Exposure to air pollution can increase the risk for osteoporosis and broken bones in older adults, a new U.S. study suggests. Researchers analyzed data on 9.2 million Medicare enrollees in the Northeast/Mid-Atlantic area who had been hospitalized for fractures from 2003 to 2010. The investigators found that even a small increase in exposure to air pollution particulate matter called PM2.5 was associated with an increase in fractures among older adults. PM2.5 is the label for fine inhalable particles with a diameter of 2.5 micrometers or smaller, according to the U.S. Environmental Protection Agency. The researchers also examined eight years of follow-up among 692 middle-aged, low-income adults in the Boston health survey. The findings showed that people who lived in areas with higher levels of PM2.5 and black carbon — a type of air pollution from vehicle exhaust — had lower levels of an important calcium and bone-related hormone, and greater decreases in bone mineral density than did those exposed to lower levels of the two pollutants. The study was published Nov. 9 in The Lancet Planetary Health. “Decades of careful research has documented the health risks of air pollution, from cardiovascular and respiratory diseases to cancer and impaired cognition [thinking skills], and now osteoporosis,” said senior author Dr. Andrea Baccarelli. He chairs environmental health sciences at Columbia University’s Mailman School of Public Health in New…  read on >

Is your shopping cart filled with heavily processed foods? Some might seem to be time-savers, yet cost more than fresh foods and offer few nutrients. Others might actually harm your health. The first foods to avoid are processed meats from hot dogs to deli cold cuts, including salami and bologna. Even those labeled “low calorie” are likely to have questionable preservatives, such as salts and nitrates. Studies show that these are the worst types of meats for your heart. Try freshly prepared turkey and chicken instead. In a hurry? A rotisserie chicken cooked at your favorite market is a good alternative. Next, pass on processed foods made with refined flour. These include typical breakfast cereals, white breads and similar baked goods. For the most nutrition, look for stone-ground whole-grain breads and steel-cut oats. Substitute a mashed slice of avocado for typical sandwich spreads. You’ll get great taste and great nutrition. Instead of bagged chips and other packaged snacks, crunch an ounce of nuts. For only a slight difference in calories, you get protein, healthy fats and fiber. Bottled salad dressings — even diet or low-fat versions — often have corn syrup along with many additives. Whisk up your own vinaigrette with extra virgin olive oil and vinegar, or try nonfat yogurt with lemon juice, herbs and garlic. If you’re short on time during the week…  read on >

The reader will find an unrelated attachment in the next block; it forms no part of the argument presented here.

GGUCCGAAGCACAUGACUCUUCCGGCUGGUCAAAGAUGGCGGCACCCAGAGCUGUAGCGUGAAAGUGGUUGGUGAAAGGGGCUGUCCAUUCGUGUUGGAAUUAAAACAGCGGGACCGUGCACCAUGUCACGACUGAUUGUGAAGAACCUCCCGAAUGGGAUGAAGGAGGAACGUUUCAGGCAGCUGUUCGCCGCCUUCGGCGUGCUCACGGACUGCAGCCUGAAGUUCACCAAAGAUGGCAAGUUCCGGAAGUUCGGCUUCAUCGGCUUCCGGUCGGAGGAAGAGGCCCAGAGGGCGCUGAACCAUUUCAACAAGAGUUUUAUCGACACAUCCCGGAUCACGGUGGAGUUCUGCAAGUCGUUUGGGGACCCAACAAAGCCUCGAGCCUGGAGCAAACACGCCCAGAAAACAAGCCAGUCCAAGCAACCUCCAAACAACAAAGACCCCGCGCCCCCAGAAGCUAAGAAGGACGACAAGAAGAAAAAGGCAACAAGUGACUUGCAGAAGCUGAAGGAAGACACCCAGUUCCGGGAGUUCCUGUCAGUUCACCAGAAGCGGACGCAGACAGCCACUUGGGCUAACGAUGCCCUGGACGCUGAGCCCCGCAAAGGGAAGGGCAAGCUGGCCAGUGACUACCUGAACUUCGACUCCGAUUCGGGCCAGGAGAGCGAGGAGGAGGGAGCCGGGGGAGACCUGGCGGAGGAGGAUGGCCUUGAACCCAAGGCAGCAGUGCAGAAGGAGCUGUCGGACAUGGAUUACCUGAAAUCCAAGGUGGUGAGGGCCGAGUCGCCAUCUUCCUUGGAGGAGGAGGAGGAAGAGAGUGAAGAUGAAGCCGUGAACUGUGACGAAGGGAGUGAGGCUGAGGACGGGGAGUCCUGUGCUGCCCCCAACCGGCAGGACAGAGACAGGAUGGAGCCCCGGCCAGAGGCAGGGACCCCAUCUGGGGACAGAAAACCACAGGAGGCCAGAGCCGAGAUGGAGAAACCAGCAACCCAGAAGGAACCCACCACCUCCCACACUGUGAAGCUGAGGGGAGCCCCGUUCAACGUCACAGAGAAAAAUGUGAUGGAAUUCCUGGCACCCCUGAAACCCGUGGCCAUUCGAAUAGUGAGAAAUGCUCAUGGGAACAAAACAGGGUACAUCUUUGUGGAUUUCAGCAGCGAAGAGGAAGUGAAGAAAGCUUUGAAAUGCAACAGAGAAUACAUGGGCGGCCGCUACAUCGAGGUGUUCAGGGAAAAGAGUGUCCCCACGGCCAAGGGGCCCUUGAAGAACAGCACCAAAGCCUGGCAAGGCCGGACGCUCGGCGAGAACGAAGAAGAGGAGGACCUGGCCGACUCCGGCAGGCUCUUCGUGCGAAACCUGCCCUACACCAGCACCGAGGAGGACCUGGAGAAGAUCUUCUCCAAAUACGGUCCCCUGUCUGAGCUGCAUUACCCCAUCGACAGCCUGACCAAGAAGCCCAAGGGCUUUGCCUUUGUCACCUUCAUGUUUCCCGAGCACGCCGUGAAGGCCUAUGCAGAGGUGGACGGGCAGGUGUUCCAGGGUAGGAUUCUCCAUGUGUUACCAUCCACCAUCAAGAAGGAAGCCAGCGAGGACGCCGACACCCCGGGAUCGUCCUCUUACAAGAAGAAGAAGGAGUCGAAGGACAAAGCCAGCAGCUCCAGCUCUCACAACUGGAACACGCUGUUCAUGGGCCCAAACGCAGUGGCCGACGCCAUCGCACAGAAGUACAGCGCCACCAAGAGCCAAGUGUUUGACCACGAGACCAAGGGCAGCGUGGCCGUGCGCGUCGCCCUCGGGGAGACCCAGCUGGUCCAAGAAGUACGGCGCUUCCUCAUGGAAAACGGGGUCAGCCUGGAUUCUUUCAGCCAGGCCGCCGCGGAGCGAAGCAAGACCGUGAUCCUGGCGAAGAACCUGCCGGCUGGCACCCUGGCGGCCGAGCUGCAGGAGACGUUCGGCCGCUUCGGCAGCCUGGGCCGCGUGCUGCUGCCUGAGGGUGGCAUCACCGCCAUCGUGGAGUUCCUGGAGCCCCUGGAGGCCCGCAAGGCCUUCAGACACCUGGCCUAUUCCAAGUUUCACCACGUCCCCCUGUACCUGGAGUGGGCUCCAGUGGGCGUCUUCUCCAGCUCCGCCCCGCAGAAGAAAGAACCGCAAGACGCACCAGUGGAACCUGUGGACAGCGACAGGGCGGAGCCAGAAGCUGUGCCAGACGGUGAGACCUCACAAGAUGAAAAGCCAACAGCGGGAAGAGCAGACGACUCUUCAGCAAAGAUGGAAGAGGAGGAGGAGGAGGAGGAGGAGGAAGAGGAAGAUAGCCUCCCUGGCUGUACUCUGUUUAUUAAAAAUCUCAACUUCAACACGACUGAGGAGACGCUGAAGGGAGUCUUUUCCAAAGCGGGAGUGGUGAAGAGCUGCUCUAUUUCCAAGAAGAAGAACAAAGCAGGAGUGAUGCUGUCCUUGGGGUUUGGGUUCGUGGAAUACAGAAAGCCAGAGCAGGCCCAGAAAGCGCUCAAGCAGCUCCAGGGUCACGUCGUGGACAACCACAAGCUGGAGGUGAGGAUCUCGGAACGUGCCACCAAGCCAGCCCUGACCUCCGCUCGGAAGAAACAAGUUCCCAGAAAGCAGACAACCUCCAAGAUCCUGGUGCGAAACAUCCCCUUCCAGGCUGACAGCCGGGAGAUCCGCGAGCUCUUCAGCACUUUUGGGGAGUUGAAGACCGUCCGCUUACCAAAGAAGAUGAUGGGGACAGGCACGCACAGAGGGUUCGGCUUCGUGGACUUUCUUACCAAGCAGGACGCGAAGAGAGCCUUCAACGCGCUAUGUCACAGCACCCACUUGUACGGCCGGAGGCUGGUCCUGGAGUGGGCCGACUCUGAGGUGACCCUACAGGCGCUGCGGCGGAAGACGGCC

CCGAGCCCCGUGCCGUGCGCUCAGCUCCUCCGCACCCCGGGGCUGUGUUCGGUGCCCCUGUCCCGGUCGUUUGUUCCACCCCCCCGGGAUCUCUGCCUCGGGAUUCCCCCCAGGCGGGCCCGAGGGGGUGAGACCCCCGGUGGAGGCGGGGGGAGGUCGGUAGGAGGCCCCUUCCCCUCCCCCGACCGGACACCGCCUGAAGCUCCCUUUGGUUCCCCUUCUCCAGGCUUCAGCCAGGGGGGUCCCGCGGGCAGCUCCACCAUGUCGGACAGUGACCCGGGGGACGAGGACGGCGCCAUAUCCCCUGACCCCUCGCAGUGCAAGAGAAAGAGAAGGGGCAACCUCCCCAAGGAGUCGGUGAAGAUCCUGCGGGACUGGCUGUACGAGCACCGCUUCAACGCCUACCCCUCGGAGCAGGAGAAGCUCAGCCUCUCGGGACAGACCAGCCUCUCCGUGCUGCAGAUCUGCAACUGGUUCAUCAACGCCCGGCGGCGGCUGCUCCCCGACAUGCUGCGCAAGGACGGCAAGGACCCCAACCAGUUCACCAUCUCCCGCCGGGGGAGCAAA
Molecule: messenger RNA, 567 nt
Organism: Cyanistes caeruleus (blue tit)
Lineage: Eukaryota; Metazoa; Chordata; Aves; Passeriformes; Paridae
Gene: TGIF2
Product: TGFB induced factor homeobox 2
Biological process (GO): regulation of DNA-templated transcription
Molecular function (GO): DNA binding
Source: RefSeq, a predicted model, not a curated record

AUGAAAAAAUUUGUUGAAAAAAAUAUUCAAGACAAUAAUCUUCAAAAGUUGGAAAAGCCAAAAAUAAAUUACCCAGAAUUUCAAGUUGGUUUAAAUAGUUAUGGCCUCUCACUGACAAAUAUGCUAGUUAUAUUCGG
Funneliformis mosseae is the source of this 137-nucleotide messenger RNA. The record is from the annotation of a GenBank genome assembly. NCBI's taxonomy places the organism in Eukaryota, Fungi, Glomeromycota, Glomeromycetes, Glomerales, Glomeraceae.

It’s a frequent occurrence: A single, childless older man without a designated caregiver suffers a debilitating stroke, and is sent to a nursing home for the remainder of his life. New research shows that male seniors who find themselves in this situation have triple the odds of being sent to a nursing home within five years of their attack, compared to men with a caregiver. A similar risk wasn’t seen for women. The study “highlights older adults as being vulnerable to the loss of independent living if they cannot identify anyone to care for them,” said study author Justin Blackburn, of the University of Alabama at Birmingham. “This is particularly true for older men, who may be unable to access or reluctant to use formal services delivered within their home or community,” Blackburn said. He spoke in a news release from the Journal of the American Geriatrics Society, which recently published the findings. One New York City geriatrician said this scenario is all too familiar. “We see this on Staten Island when there are no other caregivers to help and support patients in need — like after a stroke, when nursing home placement may be the only option left,” said Dr. Theodore Strange. He is associate chair of medicine at Staten Island University Hospital. Strange believes that “men are likely at an increased risk because,…  read on >